While Glasgow is building its reputation as a place to invest internationally, Bailie Liz Cameron, the council's executive member for jobs and the economy, said there remains a tendency for people in London to "confuse Scotland with Edinburgh".
This, she noted, is in spite of its burgeoning International Financial Services District (IFSD) and the strength and size of Glasgow's biocorridor - a cornerstone of its inward investment strategy.
Glasgow picked up a prestigious award from FDI magazine last week for having the best inward investment strategy in Europe.
It marked the fruition of an economic development strategy introduced by the city in 2011, which has seen industry, academia and the council work together to drive growth in areas such as life sciences, low carbon industries, design, manufacturing, tourism and events.
Invest Glasgow, created in June 2012, has played a key role in implementing the strategy, having helped KMPG set up a tax centre and Ashurst a legal analysis in the city over the past year. Those commitments, which have boosted the jobs total in the International Financial Services District, have contributed to the £6 billion which has been invested in public and private sector projects across the city since 2011.
In spite of the progress, Invest Glasgow's main spokeswoman insists there is still work to be done to ensure Glasgow is front of mind among inward investors.
Declaring that it was Glasgow's mission to change the view in London that "Edinburgh is the only place to be", Bailie Cameron said: "We make no bones about it. We are good loyal Scots, but Glasgow comes first. And we need to be out there pitching Glasgow. SE (Scottish Enterprise), SDI (Scottish Development International), SCDI (Scottish Council for Development and Industry), the Government will be there, but we're there for our city.
"And actually that's very sensible for the country as well, because if the biggest city with the metropolitan region around it is not the powerhouse, then it doesn't do the country any good. If you've got a really big player here working with our partners in Edinburgh and the other cities then it can only enhance and make our country thrive."
Invest Glasgow's six-strong team is based in the council's development and regeneration services (DRS) department. It sits alongside and works closely with bodies such as Jobs & Business Glasgow, City Property Glasgow and the Glasgow City Marketing Bureau. Bailie Cameron notes its role is to provide the "first point of contact" for inward investment enquiries, whether it is new or existing investors, or property agents looking to assist investors.
She praised the impact the team, led by economic development specialist Anne Murray, had made in its short existence, noting that Invest Glasgow has helped bring 3500 jobs to the city, in addition to safeguarding nearly 1000.
Major projects currently underway in Glasgow include the £1 billion New South Glasgow Hospital, which Bailie Cameron claims could have a "transformative" effect on the city.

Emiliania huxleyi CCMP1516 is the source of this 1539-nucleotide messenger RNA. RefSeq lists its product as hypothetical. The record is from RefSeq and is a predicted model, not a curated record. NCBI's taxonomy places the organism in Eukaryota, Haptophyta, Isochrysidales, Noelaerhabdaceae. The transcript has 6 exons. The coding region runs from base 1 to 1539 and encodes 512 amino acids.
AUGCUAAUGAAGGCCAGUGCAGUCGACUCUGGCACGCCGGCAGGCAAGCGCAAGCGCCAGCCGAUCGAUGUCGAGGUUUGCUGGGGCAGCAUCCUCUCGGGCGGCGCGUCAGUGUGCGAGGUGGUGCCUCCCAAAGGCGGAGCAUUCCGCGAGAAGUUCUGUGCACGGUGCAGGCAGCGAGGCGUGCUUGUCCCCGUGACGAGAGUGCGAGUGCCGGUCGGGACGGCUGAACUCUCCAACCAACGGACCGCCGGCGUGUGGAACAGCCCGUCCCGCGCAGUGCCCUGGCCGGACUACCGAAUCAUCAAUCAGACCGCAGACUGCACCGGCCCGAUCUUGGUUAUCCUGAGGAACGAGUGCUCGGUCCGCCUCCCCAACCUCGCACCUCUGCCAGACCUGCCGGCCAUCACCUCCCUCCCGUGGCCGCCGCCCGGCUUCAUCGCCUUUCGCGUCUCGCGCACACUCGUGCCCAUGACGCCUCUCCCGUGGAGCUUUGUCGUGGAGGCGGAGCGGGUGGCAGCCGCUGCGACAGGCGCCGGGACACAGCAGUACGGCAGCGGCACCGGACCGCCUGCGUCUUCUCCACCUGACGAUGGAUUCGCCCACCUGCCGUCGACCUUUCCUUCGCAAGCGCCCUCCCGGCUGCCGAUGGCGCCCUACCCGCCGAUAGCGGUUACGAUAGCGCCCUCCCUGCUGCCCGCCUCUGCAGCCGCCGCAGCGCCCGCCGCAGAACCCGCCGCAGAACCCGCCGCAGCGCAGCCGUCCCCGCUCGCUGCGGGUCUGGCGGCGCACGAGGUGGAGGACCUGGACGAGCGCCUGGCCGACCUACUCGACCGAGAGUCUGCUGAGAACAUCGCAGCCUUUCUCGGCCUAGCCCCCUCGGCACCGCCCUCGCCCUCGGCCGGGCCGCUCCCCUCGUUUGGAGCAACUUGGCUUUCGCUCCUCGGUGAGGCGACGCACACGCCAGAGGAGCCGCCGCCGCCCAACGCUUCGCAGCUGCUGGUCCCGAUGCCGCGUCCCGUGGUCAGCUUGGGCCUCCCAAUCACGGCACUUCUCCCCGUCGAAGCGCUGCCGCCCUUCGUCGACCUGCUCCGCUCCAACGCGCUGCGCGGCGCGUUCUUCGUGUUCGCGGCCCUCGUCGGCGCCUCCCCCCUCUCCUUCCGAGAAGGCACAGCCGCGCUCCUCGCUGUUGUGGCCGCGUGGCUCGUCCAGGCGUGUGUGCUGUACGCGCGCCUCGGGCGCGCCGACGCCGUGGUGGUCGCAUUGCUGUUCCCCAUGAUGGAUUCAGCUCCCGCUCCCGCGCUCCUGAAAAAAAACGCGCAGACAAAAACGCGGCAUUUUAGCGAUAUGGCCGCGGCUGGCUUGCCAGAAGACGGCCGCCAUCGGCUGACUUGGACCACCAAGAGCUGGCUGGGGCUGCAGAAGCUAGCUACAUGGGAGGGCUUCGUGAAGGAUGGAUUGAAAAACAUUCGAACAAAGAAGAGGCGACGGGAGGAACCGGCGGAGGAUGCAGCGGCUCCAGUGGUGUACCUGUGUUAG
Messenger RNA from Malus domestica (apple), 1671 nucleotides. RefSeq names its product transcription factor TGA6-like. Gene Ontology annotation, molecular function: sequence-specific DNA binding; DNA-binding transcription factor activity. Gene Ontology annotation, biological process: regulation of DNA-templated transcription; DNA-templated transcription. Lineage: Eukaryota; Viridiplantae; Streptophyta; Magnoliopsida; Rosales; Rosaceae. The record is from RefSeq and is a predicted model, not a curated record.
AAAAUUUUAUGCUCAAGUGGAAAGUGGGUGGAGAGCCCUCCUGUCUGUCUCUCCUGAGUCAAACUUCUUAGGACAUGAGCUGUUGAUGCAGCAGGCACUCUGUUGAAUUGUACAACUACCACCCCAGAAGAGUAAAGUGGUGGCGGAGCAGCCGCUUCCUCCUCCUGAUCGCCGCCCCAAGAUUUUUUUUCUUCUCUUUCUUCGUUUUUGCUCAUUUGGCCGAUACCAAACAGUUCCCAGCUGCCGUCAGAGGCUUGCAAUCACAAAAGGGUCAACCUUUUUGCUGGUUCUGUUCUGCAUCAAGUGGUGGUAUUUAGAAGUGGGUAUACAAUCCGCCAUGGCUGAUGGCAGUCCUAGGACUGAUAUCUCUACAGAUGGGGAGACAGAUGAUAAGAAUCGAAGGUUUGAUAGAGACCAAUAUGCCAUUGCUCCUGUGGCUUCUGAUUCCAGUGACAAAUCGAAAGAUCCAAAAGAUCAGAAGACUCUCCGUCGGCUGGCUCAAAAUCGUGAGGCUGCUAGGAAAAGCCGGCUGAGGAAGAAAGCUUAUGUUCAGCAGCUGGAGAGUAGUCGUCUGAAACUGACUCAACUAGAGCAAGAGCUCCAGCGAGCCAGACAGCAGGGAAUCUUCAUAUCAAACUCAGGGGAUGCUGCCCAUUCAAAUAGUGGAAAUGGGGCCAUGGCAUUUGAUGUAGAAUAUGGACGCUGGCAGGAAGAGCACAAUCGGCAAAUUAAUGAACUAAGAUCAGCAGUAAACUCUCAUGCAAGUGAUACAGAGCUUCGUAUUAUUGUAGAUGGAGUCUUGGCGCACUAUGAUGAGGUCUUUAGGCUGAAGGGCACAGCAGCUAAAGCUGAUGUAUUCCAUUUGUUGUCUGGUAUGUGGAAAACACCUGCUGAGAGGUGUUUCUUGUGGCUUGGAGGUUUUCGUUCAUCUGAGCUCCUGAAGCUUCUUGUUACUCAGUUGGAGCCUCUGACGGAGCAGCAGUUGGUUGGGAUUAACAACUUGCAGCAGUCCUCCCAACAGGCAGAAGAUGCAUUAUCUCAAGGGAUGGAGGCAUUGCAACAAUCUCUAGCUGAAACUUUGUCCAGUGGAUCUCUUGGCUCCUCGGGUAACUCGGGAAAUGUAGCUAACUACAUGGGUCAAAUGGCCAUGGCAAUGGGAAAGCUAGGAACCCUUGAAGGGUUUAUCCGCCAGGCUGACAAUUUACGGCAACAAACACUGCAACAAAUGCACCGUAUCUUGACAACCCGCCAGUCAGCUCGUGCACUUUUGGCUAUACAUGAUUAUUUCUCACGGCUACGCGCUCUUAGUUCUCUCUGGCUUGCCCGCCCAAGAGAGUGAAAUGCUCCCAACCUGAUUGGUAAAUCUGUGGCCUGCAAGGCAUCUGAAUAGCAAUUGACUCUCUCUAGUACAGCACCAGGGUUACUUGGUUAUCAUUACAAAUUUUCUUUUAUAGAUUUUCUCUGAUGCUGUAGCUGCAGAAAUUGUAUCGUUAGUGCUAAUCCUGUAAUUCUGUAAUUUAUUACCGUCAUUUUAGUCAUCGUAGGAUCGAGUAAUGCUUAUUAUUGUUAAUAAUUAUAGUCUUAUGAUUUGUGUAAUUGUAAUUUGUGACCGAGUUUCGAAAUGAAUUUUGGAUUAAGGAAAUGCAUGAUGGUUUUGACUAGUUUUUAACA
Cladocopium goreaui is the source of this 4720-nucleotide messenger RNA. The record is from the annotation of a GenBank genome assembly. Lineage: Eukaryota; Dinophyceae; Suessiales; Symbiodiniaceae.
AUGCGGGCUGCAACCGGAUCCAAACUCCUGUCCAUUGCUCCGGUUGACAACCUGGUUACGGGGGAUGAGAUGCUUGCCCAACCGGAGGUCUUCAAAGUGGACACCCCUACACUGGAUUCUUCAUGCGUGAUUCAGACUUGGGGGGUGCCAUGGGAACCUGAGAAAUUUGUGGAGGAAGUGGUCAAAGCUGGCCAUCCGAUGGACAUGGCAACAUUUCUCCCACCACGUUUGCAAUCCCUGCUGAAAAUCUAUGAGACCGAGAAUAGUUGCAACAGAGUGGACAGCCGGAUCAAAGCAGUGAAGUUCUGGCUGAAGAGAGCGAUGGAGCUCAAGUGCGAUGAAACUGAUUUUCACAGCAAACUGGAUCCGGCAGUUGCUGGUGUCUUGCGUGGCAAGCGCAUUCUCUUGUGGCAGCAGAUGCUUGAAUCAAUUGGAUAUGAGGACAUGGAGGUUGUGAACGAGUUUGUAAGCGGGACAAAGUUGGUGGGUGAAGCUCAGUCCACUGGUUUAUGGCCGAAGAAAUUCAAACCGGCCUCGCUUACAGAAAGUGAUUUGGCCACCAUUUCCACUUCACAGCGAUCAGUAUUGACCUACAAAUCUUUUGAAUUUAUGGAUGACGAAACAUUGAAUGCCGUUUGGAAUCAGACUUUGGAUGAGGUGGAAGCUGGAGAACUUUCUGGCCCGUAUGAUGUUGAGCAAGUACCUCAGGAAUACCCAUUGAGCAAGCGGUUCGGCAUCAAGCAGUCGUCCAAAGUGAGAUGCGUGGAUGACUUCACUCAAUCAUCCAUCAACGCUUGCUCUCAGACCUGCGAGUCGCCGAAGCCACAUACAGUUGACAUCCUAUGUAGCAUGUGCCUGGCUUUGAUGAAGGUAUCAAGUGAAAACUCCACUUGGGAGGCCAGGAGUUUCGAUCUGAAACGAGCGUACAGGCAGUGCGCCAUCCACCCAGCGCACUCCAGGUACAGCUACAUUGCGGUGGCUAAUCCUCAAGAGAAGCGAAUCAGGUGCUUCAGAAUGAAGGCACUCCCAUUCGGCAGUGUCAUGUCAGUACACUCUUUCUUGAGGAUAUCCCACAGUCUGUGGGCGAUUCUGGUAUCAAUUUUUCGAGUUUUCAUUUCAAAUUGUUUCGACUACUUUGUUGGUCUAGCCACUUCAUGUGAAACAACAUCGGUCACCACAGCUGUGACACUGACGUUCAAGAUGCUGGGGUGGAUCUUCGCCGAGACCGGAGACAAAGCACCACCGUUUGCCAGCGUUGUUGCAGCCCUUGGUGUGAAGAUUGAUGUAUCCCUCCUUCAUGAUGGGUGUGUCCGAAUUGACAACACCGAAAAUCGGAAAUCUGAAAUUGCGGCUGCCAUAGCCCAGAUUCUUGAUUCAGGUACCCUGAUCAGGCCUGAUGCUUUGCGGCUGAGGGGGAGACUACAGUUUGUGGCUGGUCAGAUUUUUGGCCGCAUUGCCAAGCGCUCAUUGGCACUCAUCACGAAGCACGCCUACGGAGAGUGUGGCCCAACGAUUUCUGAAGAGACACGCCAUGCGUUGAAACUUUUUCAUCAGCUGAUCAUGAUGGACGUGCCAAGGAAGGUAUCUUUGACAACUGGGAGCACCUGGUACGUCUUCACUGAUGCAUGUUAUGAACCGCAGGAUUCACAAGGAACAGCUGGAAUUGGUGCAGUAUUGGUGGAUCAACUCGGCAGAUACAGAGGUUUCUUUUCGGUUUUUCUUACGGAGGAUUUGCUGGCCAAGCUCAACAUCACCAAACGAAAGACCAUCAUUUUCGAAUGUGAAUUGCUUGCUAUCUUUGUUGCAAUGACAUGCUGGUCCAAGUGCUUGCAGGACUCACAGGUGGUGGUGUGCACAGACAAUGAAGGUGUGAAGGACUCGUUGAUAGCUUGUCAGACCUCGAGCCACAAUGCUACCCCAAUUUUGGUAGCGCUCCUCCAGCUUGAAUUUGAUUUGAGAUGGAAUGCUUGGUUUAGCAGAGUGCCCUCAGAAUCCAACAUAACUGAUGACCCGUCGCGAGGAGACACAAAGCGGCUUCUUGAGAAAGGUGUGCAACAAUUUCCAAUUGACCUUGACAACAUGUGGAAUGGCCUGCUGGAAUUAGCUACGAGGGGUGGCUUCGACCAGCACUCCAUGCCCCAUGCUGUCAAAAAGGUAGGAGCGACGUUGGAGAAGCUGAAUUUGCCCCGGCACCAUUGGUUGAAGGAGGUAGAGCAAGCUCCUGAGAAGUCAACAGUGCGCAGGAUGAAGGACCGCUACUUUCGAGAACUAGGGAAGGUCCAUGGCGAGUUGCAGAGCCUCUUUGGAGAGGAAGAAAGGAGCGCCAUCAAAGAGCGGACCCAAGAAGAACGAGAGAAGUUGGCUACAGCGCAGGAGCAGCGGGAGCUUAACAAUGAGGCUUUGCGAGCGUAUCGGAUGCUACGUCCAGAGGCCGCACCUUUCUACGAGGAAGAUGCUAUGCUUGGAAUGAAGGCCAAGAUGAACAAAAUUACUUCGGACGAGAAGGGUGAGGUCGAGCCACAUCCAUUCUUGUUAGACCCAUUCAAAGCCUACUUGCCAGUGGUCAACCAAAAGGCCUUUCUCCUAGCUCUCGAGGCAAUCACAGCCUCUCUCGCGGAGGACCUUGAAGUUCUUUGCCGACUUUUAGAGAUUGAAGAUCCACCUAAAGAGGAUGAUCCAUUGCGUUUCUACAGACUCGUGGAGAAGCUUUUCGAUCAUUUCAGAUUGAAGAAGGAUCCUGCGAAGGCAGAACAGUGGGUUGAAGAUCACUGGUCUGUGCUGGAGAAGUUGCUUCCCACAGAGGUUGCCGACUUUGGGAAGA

She said the council had recognised the importance of the centre for stratified medicine being developed at the hospital by backing it to the tune of £1.5m, and encouraging Scottish Enterprise and the Scottish Government to support it.
In addition to the clinical benefits the centre is hoped to bring, there are hopes it could be business opportunities for life sciences companies around the hospital.
Beyond that, Invest Glasgow notes there are three speculative office developments currently under construction in the city, which when complete will bring 450,000 square feet of Grade A office space to Glasgow.
It said investments of this magnitude put Glasgow on the map for potential investors.
Speaking shortly before Glasgow collected its FDI award, Bailie Cameron said the accolade tells "would-be investors that they have a port of call here, a one-stop shop where we are absolutely avid for investment, and where we will work with them from the moment they show an interest in the city."
Invest Glasgow is looking to build on that award success by hosting events on topics ranging from low carbon to property and life sciences. Last week it attended MIPIM, an international real estate conference in France, for the second time, where the aim was to promote Glasgow as a location for property investment.
To help advance its case to investors, Invest Glasgow has created a new website, which outlines the investment proposal for potential investors, a hotel prospectus and what Bailie Cameron notes is "the best bragging book I've ever seen."
But the biggest opportunity this year will come in the shape of the Commonwealth Games, which Invest Glasgow views as an opportunity to win business from both emerging and established markets.
Bailie Cameron said: "But we can't forget that Europe sits on our doorstop. Our place in Europe is becoming a hot topic because of the two referenda, but as far as business is concerned it is really important we have more than a foothold on the European market."
During the Games the Invest Glasgow team will be present every day from 7am to 10pm at a dedicated business embassy at Scotland House.
Based at the Old Fruitmarket in Candleriggs, it will see the team sell the Glasgow investment offer and showcase some of the companies based here.
Bailie Cameron said: "We will be selling Glasgow like mad for the whole 11 days. We intend to be there, every day all day.
"We will be working, we will be talking up the city, and we also hope to have some keynote addresses each day [from academia, business and the public speaker. We want to get some really top speakers for the city, selling the city and offering investment opportunities."